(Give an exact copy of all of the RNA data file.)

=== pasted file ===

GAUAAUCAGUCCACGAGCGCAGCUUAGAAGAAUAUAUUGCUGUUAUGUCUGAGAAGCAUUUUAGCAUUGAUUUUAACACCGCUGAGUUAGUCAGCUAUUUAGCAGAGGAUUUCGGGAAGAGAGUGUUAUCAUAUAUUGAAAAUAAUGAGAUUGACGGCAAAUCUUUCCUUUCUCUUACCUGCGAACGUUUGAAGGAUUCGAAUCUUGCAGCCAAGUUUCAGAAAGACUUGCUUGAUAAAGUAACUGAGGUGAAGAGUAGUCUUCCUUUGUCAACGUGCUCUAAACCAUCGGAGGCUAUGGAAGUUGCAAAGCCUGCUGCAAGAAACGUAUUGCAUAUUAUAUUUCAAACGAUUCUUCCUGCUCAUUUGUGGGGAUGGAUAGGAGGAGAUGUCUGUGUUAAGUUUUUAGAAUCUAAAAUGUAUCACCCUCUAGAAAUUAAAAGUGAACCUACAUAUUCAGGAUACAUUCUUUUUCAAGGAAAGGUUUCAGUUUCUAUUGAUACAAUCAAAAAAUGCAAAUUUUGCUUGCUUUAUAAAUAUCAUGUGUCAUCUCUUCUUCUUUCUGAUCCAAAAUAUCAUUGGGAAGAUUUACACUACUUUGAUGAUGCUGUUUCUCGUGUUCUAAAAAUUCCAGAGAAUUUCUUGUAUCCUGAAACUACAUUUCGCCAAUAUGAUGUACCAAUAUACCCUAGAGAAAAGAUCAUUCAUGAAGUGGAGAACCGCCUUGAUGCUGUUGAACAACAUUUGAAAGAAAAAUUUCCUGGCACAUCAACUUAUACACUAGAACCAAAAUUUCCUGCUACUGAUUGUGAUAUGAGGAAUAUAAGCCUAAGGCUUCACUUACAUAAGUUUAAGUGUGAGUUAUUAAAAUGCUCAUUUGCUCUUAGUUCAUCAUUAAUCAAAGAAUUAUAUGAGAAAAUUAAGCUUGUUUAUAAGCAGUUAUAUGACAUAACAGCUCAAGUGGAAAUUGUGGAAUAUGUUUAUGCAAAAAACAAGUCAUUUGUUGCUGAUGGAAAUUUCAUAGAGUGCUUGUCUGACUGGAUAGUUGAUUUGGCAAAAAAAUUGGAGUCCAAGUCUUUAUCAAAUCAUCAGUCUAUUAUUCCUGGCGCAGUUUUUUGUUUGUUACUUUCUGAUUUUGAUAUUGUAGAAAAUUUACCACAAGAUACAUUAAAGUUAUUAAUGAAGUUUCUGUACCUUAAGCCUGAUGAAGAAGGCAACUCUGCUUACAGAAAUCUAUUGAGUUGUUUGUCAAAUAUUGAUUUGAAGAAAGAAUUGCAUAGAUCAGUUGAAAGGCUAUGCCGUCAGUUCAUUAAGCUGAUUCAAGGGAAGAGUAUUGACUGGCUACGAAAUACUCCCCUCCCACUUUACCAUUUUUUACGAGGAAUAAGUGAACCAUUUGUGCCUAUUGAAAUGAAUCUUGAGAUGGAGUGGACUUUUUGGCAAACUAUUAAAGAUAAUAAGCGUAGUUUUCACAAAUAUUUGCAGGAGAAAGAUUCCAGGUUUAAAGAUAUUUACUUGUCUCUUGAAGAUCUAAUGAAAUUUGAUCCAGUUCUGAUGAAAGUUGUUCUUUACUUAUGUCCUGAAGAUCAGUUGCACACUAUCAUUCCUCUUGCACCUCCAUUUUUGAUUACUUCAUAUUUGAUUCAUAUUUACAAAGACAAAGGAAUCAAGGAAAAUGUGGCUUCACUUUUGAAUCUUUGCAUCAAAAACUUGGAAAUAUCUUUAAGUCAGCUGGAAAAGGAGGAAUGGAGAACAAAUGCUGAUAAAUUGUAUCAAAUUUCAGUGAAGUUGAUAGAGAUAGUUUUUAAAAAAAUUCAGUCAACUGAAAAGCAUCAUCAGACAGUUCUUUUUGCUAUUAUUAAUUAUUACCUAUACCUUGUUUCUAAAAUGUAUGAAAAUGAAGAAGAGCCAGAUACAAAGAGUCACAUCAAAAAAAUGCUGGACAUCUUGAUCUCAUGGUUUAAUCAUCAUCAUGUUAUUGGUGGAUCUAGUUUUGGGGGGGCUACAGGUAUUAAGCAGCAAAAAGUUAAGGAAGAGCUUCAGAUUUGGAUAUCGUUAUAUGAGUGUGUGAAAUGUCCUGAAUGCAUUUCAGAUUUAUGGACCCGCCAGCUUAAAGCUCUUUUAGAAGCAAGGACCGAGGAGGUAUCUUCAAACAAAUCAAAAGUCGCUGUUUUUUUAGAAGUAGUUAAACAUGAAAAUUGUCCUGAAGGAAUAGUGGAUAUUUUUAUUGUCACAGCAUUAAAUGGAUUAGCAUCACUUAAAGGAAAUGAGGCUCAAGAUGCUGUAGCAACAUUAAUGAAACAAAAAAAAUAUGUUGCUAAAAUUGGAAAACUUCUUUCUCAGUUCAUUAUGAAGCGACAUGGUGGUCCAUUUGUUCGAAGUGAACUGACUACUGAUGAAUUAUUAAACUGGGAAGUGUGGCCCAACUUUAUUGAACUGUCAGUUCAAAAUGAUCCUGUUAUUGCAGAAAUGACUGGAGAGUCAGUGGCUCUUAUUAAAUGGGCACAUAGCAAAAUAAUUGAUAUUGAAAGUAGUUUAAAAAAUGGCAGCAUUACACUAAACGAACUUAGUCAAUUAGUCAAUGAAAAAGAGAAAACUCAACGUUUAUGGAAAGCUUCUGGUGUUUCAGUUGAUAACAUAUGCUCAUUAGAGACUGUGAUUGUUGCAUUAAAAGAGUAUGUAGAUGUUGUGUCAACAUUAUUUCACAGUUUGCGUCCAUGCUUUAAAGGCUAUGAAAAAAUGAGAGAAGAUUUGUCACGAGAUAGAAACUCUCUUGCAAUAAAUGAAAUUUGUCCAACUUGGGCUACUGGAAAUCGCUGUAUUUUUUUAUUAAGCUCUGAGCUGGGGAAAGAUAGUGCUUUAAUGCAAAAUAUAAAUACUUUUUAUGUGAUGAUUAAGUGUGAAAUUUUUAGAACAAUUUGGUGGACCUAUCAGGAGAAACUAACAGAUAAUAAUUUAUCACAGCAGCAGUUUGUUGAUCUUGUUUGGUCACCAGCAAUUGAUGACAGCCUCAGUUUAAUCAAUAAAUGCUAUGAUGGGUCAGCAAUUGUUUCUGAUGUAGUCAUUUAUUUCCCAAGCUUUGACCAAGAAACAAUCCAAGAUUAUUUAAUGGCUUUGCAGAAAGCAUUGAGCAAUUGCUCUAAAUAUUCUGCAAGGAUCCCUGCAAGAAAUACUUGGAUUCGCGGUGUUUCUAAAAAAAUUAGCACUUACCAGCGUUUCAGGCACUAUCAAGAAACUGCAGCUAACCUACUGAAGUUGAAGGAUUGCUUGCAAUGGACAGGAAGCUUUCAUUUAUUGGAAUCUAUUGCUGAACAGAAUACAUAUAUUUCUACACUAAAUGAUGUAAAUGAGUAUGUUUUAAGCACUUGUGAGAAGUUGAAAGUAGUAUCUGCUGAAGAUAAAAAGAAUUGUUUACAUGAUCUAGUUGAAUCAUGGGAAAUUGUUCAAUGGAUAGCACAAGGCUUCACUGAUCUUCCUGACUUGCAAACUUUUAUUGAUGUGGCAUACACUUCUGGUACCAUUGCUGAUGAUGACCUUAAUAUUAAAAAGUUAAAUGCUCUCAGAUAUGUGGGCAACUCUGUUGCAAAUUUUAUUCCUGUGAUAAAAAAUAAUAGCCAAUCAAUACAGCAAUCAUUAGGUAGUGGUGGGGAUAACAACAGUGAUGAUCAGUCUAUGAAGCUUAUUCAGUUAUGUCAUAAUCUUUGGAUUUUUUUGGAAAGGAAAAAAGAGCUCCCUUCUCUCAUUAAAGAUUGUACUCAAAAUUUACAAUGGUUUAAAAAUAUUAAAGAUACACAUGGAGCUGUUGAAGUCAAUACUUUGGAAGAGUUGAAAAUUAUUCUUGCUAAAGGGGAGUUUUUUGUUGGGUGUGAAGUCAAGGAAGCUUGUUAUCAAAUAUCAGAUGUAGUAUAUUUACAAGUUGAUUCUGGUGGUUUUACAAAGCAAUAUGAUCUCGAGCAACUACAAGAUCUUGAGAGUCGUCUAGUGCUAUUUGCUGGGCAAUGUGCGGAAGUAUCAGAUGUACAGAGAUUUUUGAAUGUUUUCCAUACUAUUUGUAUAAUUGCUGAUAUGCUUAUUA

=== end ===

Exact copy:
GAUAAUCAGUCCACGAGCGCAGCUUAGAAGAAUAUAUUGCUGUUAUGUCUGAGAAGCAUUUUAGCAUUGAUUUUAACACCGCUGAGUUAGUCAGCUAUUUAGCAGAGGAUUUCGGGAAGAGAGUGUUAUCAUAUAUUGAAAAUAAUGAGAUUGACGGCAAAUCUUUCCUUUCUCUUACCUGCGAACGUUUGAAGGAUUCGAAUCUUGCAGCCAAGUUUCAGAAAGACUUGCUUGAUAAAGUAACUGAGGUGAAGAGUAGUCUUCCUUUGUCAACGUGCUCUAAACCAUCGGAGGCUAUGGAAGUUGCAAAGCCUGCUGCAAGAAACGUAUUGCAUAUUAUAUUUCAAACGAUUCUUCCUGCUCAUUUGUGGGGAUGGAUAGGAGGAGAUGUCUGUGUUAAGUUUUUAGAAUCUAAAAUGUAUCACCCUCUAGAAAUUAAAAGUGAACCUACAUAUUCAGGAUACAUUCUUUUUCAAGGAAAGGUUUCAGUUUCUAUUGAUACAAUCAAAAAAUGCAAAUUUUGCUUGCUUUAUAAAUAUCAUGUGUCAUCUCUUCUUCUUUCUGAUCCAAAAUAUCAUUGGGAAGAUUUACACUACUUUGAUGAUGCUGUUUCUCGUGUUCUAAAAAUUCCAGAGAAUUUCUUGUAUCCUGAAACUACAUUUCGCCAAUAUGAUGUACCAAUAUACCCUAGAGAAAAGAUCAUUCAUGAAGUGGAGAACCGCCUUGAUGCUGUUGAACAACAUUUGAAAGAAAAAUUUCCUGGCACAUCAACUUAUACACUAGAACCAAAAUUUCCUGCUACUGAUUGUGAUAUGAGGAAUAUAAGCCUAAGGCUUCACUUACAUAAGUUUAAGUGUGAGUUAUUAAAAUGCUCAUUUGCUCUUAGUUCAUCAUUAAUCAAAGAAUUAUAUGAGAAAAUUAAGCUUGUUUAUAAGCAGUUAUAUGACAUAACAGCUCAAGUGGAAAUUGUGGAAUAUGUUUAUGCAAAAAACAAGUCAUUUGUUGCUGAUGGAAAUUUCAUAGAGUGCUUGUCUGACUGGAUAGUUGAUUUGGCAAAAAAAUUGGAGUCCAAGUCUUUAUCAAAUCAUCAGUCUAUUAUUCCUGGCGCAGUUUUUUGUUUGUUACUUUCUGAUUUUGAUAUUGUAGAAAAUUUACCACAAGAUACAUUAAAGUUAUUAAUGAAGUUUCUGUACCUUAAGCCUGAUGAAGAAGGCAACUCUGCUUACAGAAAUCUAUUGAGUUGUUUGUCAAAUAUUGAUUUGAAGAAAGAAUUGCAUAGAUCAGUUGAAAGGCUAUGCCGUCAGUUCAUUAAGCUGAUUCAAGGGAAGAGUAUUGACUGGCUACGAAAUACUCCCCUCCCACUUUACCAUUUUUUACGAGGAAUAAGUGAACCAUUUGUGCCUAUUGAAAUGAAUCUUGAGAUGGAGUGGACUUUUUGGCAAACUAUUAAAGAUAAUAAGCGUAGUUUUCACAAAUAUUUGCAGGAGAAAGAUUCCAGGUUUAAAGAUAUUUACUUGUCUCUUGAAGAUCUAAUGAAAUUUGAUCCAGUUCUGAUGAAAGUUGUUCUUUACUUAUGUCCUGAAGAUCAGUUGCACACUAUCAUUCCUCUUGCACCUCCAUUUUUGAUUACUUCAUAUUUGAUUCAUAUUUACAAAGACAAAGGAAUCAAGGAAAAUGUGGCUUCACUUUUGAAUCUUUGCAUCAAAAACUUGGAAAUAUCUUUAAGUCAGCUGGAAAAGGAGGAAUGGAGAACAAAUGCUGAUAAAUUGUAUCAAAUUUCAGUGAAGUUGAUAGAGAUAGUUUUUAAAAAAAUUCAGUCAACUGAAAAGCAUCAUCAGACAGUUCUUUUUGCUAUUAUUAAUUAUUACCUAUACCUUGUUUCUAAAAUGUAUGAAAAUGAAGAAGAGCCAGAUACAAAGAGUCACAUCAAAAAAAUGCUGGACAUCUUGAUCUCAUGGUUUAAUCAUCAUCAUGUUAUUGGUGGAUCUAGUUUUGGGGGGGCUACAGGUAUUAAGCAGCAAAAAGUUAAGGAAGAGCUUCAGAUUUGGAUAUCGUUAUAUGAGUGUGUGAAAUGUCCUGAAUGCAUUUCAGAUUUAUGGACCCGCCAGCUUAAAGCUCUUUUAGAAGCAAGGACCGAGGAGGUAUCUUCAAACAAAUCAAAAGUCGCUGUUUUUUUAGAAGUAGUUAAACAUGAAAAUUGUCCUGAAGGAAUAGUGGAUAUUUUUAUUGUCACAGCAUUAAAUGGAUUAGCAUCACUUAAAGGAAAUGAGGCUCAAGAUGCUGUAGCAACAUUAAUGAAACAAAAAAAAUAUGUUGCUAAAAUUGGAAAACUUCUUUCUCAGUUCAUUAUGAAGCGACAUGGUGGUCCAUUUGUUCGAAGUGAACUGACUACUGAUGAAUUAUUAAACUGGGAAGUGUGGCCCAACUUUAUUGAACUGUCAGUUCAAAAUGAUCCUGUUAUUGCAGAAAUGACUGGAGAGUCAGUGGCUCUUAUUAAAUGGGCACAUAGCAAAAUAAUUGAUAUUGAAAGUAGUUUAAAAAAUGGCAGCAUUACACUAAACGAACUUAGUCAAUUAGUCAAUGAAAAAGAGAAAACUCAACGUUUAUGGAAAGCUUCUGGUGUUUCAGUUGAUAACAUAUGCUCAUUAGAGACUGUGAUUGUUGCAUUAAAAGAGUAUGUAGAUGUUGUGUCAACAUUAUUUCACAGUUUGCGUCCAUGCUUUAAAGGCUAUGAAAAAAUGAGAGAAGAUUUGUCACGAGAUAGAAACUCUCUUGCAAUAAAUGAAAUUUGUCCAACUUGGGCUACUGGAAAUCGCUGUAUUUUUUUAUUAAGCUCUGAGCUGGGGAAAGAUAGUGCUUUAAUGCAAAAUAUAAAUACUUUUUAUGUGAUGAUUAAGUGUGAAAUUUUUAGAACAAUUUGGUGGACCUAUCAGGAGAAACUAACAGAUAAUAAUUUAUCACAGCAGCAGUUUGUUGAUCUUGUUUGGUCACCAGCAAUUGAUGACAGCCUCAGUUUAAUCAAUAAAUGCUAUGAUGGGUCAGCAAUUGUUUCUGAUGUAGUCAUUUAUUUCCCAAGCUUUGACCAAGAAACAAUCCAAGAUUAUUUAAUGGCUUUGCAGAAAGCAUUGAGCAAUUGCUCUAAAUAUUCUGCAAGGAUCCCUGCAAGAAAUACUUGGAUUCGCGGUGUUUCUAAAAAAAUUAGCACUUACCAGCGUUUCAGGCACUAUCAAGAAACUGCAGCUAACCUACUGAAGUUGAAGGAUUGCUUGCAAUGGACAGGAAGCUUUCAUUUAUUGGAAUCUAUUGCUGAACAGAAUACAUAUAUUUCUACACUAAAUGAUGUAAAUGAGUAUGUUUUAAGCACUUGUGAGAAGUUGAAAGUAGUAUCUGCUGAAGAUAAAAAGAAUUGUUUACAUGAUCUAGUUGAAUCAUGGGAAAUUGUUCAAUGGAUAGCACAAGGCUUCACUGAUCUUCCUGACUUGCAAACUUUUAUUGAUGUGGCAUACACUUCUGGUACCAUUGCUGAUGAUGACCUUAAUAUUAAAAAGUUAAAUGCUCUCAGAUAUGUGGGCAACUCUGUUGCAAAUUUUAUUCCUGUGAUAAAAAAUAAUAGCCAAUCAAUACAGCAAUCAUUAGGUAGUGGUGGGGAUAACAACAGUGAUGAUCAGUCUAUGAAGCUUAUUCAGUUAUGUCAUAAUCUUUGGAUUUUUUUGGAAAGGAAAAAAGAGCUCCCUUCUCUCAUUAAAGAUUGUACUCAAAAUUUACAAUGGUUUAAAAAUAUUAAAGAUACACAUGGAGCUGUUGAAGUCAAUACUUUGGAAGAGUUGAAAAUUAUUCUUGCUAAAGGGGAGUUUUUUGUUGGGUGUGAAGUCAAGGAAGCUUGUUAUCAAAUAUCAGAUGUAGUAUAUUUACAAGUUGAUUCUGGUGGUUUUACAAAGCAAUAUGAUCUCGAGCAACUACAAGAUCUUGAGAGUCGUCUAGUGCUAUUUGCUGGGCAAUGUGCGGAAGUAUCAGAUGUACAGAGAUUUUUGAAUGUUUUCCAUACUAUUUGUAUAAUUGCUGAUAUGCUUAUUA